, Volume 21, Issue 3, pp 667–680 | Cite as

Evaluation of suitable endpoints for assessing the impacts of toxicants at the community level



Assessment of ecological impacts of toxicants relies currently on extrapolation of effects observed at organismal or population levels. The uncertainty inherent to such extrapolations, together with the impossibility of predicting ecological effects of chemical mixtures, can only be resolved by adopting approaches that consider toxicological endpoints at a community or ecological level. Experimental data from micro- and mesocosms provide estimates of community effect levels, which can then be used to confirm or correct the extrapolations from theoretical methods such as species sensitivity distributions (SSDs) or others. When assessing impacts, the choice of sensitive community endpoints is important. Four community endpoints (species richness, abundance, diversity and similarity indices) were evaluated in their ability to assess impacts of two insecticides, imidacloprid and etofenprox, and their mixture on aquatic and benthic communities from artificial rice paddies. Proportional changes of each community endpoint were expressed by ratios between their values in the treatment and control paddies. Regression lines fitted to the endpoint ratios against the time series of chemical concentrations were used to predict percentile impacts in the communities. The abundance endpoint appears to be the most sensitive indicator of the communities’ response, but the Czekanowski similarity index described best the structural changes that occur in all communities. Aquatic arthropods were more sensitive to the mixture of both insecticides than zooplankton and benthic communities. Estimated protective levels for 95% of aquatic species exposed to imidacloprid (<0.01–1.0 μg l−1) were slightly lower than predicted by SSD, whereas for etofenprox the protective concentrations in water (<0.01–0.58 μg l−1) were an order of magnitude lower than SSD’s predictions.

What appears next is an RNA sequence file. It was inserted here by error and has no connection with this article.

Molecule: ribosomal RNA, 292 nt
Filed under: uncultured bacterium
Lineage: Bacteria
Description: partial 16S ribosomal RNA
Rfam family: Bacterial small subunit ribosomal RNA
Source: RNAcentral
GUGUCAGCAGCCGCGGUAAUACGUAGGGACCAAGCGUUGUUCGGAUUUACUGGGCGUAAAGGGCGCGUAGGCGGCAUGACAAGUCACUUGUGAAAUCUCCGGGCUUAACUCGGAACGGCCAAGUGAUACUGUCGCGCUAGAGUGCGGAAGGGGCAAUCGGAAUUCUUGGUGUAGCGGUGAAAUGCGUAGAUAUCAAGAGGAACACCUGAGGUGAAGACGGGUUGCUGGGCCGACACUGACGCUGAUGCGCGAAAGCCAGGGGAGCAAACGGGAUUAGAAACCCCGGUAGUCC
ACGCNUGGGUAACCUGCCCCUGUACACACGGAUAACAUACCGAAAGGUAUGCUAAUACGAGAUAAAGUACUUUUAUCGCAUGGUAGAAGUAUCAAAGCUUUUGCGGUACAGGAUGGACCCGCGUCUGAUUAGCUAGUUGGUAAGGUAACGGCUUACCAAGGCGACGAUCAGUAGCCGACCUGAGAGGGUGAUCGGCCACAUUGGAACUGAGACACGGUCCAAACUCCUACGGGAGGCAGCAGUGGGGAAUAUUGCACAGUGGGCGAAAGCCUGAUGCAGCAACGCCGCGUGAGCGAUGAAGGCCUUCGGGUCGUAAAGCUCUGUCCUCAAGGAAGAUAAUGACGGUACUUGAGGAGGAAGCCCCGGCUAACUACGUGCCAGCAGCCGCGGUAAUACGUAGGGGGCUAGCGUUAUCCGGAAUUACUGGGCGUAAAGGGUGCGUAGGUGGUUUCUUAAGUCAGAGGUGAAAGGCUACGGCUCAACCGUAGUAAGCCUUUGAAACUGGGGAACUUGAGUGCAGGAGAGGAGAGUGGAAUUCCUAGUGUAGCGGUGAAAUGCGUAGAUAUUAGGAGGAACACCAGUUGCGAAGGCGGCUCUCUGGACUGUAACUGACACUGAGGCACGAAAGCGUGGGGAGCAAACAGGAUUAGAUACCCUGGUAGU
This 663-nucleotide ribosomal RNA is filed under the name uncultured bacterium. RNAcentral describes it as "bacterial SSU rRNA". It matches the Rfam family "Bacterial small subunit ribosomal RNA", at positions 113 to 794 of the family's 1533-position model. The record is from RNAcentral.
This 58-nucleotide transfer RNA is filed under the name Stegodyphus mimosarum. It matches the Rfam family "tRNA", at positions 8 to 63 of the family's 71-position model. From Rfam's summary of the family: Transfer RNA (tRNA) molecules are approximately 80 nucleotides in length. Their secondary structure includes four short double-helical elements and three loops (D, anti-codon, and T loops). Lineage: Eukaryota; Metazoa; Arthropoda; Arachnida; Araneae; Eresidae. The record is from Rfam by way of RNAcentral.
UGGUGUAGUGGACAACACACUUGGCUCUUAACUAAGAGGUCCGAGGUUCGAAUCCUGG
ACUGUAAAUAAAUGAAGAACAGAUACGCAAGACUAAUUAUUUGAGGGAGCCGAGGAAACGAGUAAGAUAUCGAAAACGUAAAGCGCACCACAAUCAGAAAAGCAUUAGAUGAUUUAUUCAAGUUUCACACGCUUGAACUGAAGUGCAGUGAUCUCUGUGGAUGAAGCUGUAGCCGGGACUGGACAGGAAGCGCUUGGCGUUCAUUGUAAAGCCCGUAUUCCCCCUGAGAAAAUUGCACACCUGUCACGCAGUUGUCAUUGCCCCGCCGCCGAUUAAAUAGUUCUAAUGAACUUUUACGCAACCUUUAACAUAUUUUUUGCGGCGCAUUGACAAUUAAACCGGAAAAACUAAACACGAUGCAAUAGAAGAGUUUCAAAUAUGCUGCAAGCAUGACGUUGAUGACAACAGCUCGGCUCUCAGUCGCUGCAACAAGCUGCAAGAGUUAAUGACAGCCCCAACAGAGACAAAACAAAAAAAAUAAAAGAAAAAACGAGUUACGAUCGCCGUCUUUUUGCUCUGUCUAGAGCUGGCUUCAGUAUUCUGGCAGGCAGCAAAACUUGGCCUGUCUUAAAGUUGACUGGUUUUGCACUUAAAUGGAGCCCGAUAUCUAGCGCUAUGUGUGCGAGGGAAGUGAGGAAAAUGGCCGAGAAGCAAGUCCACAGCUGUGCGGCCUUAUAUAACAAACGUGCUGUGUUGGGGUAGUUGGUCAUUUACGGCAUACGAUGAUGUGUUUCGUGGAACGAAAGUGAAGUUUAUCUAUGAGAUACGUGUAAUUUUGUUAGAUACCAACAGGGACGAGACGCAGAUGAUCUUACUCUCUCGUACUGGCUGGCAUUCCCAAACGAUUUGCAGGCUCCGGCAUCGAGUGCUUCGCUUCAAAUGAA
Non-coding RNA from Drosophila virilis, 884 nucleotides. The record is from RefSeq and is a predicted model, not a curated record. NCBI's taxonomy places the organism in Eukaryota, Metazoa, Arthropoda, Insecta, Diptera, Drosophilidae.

Insecticides Effects Diversity indices Similarity Invertebrate communities 


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Copyright information

© Springer Science+Business Media, LLC 2011

Authors and Affiliations

  1. 1.Centre for EcotoxicologyUniversity of Technology SydneyLidcombeAustralia
  2. 2.National Institute of Environmental Studies (NIES)Tsukuba, IbarakiJapan

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